Paths are best to be 10cm above the roadway/walkway/ground surface. Entry points (named selections "in#") are simply entry points onto the path network, and don't necessarily have to be positioned outside the doorways of models. According to user reports, path vertices may be hidden via animation, which stops the AI from using the hidden path points.
If a units is supposed to be able to stand on top of a model, that surface has to be defined by a RoadwayLOD.
Make sure that a RoadwayLOD doesn't overlap with a GeometryLOD, or the unit will start to wobble at those points.
The roadway LOD does not work if components are further away from the center of origin then 36 meter. Therefore you can make 72m long bridges at most. If that is not sufficient for your object then you need to split your model into multiple smaller segments with a seperate .p3d modelfile each.
This LOD is used to determine the sound environment effects the player hears. The used environment effect are defined by the texture of the roadway LOD surface the player are standing on. The texture name corresponds to the file="<string>" property in CfgSurfaces classes.
Where the object touches the ground. (Defined by a single vertex per contact point.)
The visible geometry of the model.
As an example: If you have an object with this LOD properly configured, you will not be able to spot other units through the model. AI will not be able to spot other units through the model.
View - Cargo
What a cargo passenger can see of the model.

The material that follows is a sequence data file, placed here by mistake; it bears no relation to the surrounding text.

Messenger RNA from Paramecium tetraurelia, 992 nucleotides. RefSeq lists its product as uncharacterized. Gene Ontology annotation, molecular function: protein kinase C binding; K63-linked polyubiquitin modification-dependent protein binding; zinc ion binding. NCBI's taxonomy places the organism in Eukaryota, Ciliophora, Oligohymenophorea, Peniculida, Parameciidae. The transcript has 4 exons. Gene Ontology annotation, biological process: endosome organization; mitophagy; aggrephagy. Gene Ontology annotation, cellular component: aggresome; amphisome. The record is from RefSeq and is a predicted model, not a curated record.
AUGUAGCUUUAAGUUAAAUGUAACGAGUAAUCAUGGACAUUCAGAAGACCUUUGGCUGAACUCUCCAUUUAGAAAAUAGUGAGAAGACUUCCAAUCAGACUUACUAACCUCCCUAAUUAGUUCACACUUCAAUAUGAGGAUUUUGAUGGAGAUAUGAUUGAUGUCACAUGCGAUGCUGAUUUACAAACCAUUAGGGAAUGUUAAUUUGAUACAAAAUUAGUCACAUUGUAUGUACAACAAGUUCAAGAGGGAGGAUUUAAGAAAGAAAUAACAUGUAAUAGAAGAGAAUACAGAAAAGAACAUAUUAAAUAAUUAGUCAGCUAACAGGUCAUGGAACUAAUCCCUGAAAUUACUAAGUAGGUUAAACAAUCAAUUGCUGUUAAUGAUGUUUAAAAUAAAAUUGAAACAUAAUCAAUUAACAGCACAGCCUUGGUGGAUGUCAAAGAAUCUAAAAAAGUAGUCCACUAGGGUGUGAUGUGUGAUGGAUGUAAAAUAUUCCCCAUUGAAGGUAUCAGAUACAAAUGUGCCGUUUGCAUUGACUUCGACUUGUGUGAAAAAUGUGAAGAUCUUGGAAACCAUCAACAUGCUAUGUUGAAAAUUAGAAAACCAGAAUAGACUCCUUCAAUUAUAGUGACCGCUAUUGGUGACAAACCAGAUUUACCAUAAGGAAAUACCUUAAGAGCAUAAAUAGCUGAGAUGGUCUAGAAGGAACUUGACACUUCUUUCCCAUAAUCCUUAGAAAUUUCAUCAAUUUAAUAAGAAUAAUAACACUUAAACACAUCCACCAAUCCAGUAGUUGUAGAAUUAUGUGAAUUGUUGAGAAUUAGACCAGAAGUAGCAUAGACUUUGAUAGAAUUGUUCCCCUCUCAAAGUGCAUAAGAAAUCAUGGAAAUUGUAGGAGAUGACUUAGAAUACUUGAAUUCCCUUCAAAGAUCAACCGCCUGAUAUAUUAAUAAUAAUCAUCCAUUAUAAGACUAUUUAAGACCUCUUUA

In vehicles of the class "Car", the player will always see this view, whether he's the driver, co-driver or cargo. (Unless the "View - Pilot" is defined. Then that view is taken for any position inside the vehicle.)
View - Cargo - Fire Geometry
View - Cargo - Geometry
View - Commander
What the commander can see of the model.
In vehicles, this will be the commander's first person view of the model.
View - Commander -Fire Geometry
View - Commander -Geometry
View - Gunner
What the gunner can see of the model.
In vehicles, this will be the gunner's first person view of the model.
View - Gunner - Fire Geometry
View - Gunner - Geometry
View - Pilot
What the pilot/driver can see of the model.
In vehicles of the class "Car", the player will always see this view, whether he's the driver, co-driver or cargo. Players position in the LOD is determined by his proxy position.
View - Pilot - Fire Geometry
View - Pilot - Geometry
This LOD is used to cast shadows on the ground, other objects and on the object itself. Shadow LOD should be simplified compared to resolution LOD, but can be more detailed then Geometry/Fire Geometry LOD. Shadow LOD must be slightly shrinked compared to resolution LOD (in 3dsmax you can use a push modifier to do this), otherwise the Model may look partly or completely shaded in the game. There are usually two Shadow LOD's - one detailed for close range and one very simple one for long distances. LOD must be:
- Sharp Edges
ArmA/OFPE only: Typically named ShadowVolume 0.000 (Few features) and ShadowVolume 0.100 (same amount of features as the main visual model (i.e. equipment, weapon systems, etc).(Also see this article)